Given that the Madonna is symbol of the country’s hard-fought-for nationality, and that the pope will celebrating the 1,050th anniversary of the baptism of Poland, the Mass he celebrates at the shrine will be an important moment for connecting with the Polish ‘holy faithful people of God’.
Thursday afternoon, Pope Francis will be raptorously received by hundreds of thousands of pilgrims from 187 countries at a “welcoming ceremony” at Krakow’s Blonia Park. The tone is informal, and joyful — and most reporters expect plenty of spontaneous remarks by Pope Francis.
If the recent outbreak of violence in Europe — including this morning’s shocking killing of a priest — is on his mind, he may well use the opportunity to address the pilgrims on the topic.
Friday will be a sombre day. Francis will go for the first time to the notorious Nazi death camps at Auschwitz-Birkenau in the morning, and in the afternoon, back in Krakow, he’ll lead pilgrims in the Way of the Cross.
Francis has decided not to speak at the extermination camp, but to silently recollect at this icon of institutional evil. His visit coincides with the 75th anniversary of the ‘saint of Auschwitz’, Maximilian Kolbe.
But as Marco Gallo narrates at Crux, the Pope has had plenty to say about the Holocaust in the past, both as Archbishop of Buenos Aires and as pope.
While in Auschwitz, Francis will meet a group of ten Holocaust survivors, and then greet 25 “Righteous among the Nations”, a title bestowed by the State of Israel on non-Jews who risked their lives during the Holocaust to save Jews during the Nazi extermination.
In the afternoon, he will visit a children’s hospital and give an address there. Expect touching gestures and scenes, which will teach as much as his words about mercy and the ‘culture of encounter’.
Then, in the evening, he leads the Way of the Cross in Jordan Park — always a moving occasion.
Saturday is an intense day for teaching on mercy. He’ll visit the Divine Mercy Shrine, associated forever with St Faustina Kowalska, a rural Polish girl who at the age of 19 had a vision of Jesus instructing her to join a convent.
Despite her illiteracy, Helena was eventually accepted by the Sisters of Our Lady of Mercy and took the name Faustina, serving as a kitchen assistant and yard worker.
Her regular visions of Jesus, recorded in a diary, became the basis for the Divine Mercy devotion. She died at the convent aged 33 years, a year before the young Karol Wojtyla arrived in the same city to begin his university studies. Later Pope John Paul II canonized her and dedicated the Sunday after Easter to the devotion.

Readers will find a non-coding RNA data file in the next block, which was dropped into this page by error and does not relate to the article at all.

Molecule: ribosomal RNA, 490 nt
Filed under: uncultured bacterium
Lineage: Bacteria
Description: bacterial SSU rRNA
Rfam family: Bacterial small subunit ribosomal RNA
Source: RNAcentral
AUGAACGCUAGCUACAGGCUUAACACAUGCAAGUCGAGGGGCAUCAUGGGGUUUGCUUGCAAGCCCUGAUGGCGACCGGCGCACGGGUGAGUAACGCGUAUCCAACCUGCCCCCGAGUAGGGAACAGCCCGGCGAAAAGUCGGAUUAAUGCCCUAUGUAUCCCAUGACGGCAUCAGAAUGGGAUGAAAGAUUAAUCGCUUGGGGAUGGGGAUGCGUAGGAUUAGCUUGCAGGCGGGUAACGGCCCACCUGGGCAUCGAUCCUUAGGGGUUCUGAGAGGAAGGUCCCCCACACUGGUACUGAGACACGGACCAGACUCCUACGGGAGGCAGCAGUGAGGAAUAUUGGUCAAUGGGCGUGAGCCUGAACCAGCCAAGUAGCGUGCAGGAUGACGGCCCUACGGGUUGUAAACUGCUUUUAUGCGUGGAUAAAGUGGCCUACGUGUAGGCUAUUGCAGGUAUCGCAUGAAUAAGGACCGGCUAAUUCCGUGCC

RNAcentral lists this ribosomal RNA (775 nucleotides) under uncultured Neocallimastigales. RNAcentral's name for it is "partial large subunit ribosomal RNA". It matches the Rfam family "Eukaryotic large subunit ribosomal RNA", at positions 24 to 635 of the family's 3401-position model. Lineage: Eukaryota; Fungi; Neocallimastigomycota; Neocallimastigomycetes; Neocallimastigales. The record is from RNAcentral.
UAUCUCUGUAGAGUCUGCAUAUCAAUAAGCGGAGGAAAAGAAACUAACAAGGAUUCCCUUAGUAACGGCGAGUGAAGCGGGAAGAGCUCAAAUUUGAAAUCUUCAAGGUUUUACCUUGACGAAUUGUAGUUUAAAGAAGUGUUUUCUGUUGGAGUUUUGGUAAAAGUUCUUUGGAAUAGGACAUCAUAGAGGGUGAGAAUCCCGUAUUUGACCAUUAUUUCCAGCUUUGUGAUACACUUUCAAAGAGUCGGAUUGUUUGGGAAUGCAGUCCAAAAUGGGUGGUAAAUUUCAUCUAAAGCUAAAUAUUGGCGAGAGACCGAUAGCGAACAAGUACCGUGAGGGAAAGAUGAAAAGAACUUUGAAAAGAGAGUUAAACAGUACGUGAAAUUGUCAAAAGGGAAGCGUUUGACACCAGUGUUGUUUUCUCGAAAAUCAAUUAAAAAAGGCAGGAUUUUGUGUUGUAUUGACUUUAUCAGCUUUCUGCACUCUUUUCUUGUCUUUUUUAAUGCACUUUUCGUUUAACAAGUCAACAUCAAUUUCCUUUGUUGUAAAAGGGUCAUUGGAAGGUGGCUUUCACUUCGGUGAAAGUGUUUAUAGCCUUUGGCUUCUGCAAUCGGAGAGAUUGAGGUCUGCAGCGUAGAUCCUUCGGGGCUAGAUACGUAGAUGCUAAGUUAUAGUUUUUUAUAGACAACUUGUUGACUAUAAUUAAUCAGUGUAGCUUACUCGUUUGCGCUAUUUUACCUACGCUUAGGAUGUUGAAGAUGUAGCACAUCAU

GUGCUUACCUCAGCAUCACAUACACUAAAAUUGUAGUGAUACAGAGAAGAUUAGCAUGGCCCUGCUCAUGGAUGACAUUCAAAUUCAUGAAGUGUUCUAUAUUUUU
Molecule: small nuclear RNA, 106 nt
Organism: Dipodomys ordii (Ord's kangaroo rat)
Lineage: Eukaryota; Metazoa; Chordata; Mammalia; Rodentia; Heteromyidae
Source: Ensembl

The Mass Francis will celebrate there for polish priests, seminarians and Religious, therefore, will be a privileged opportunity to connect the Year of Mercy to Sister Faustina’s devotion and St John Paul II’s teaching on mercy in Dives in Misericordia.
But he is also likely to have a few choice words about Sr Faustina’s poverty. Many Polish clergy, attached to the privileged status of the priesthood in Polish society, resent Francis’s calls for priests to shun luxurious living.
Before Mass he’ll hear pilgrims’ confessions in the Sanctuary of Divine Mercy, and after Mass will have lunch with some of them at the Archbishopric.
In the afternoon, the focus will switch to the Campus Misericordiae — the Field of Mercy — outside Krakow, which will involve for most pilgrims a 10-mile walk.
There they will pitch their sleeping bags to await Pope Francis leading them in a prayer vigil.
The next morning, Sunday, will be the final liturgy, known as the “sending Mass” because it sends the pilgrims back to their home dioceses with invitations to build a better and more just world.
No one ever quite knows how many there will be at the final Mass, because numbers are swelled at the last minute.
Around 330,000 have registered as WYD pilgrims, but the final Mass could attract close to 1.5-2m, although no one knows if the violent acts of recent weeks will deter many.
The largest numbers, in descending order, are from Poland, Italy, France, Spain, USA, Germany, France, Ukraine, Portugal.
Vatican spokesman Father Lombardi said last week that “there are no particular concerns in Poland with regard to security” and that “no groups have withdrawn over security concerns.”
At the end of Mass the Pope announces where the next WYD will be. According to Inés San Martín at Crux, all bets are on Panamá.
After meeting with WYD volunteers and organizers on Sunday afternoon, there will be a farewell ceremony before departing back to Rome at 18:30.
[For all the latest on WYD, see the Crux special page].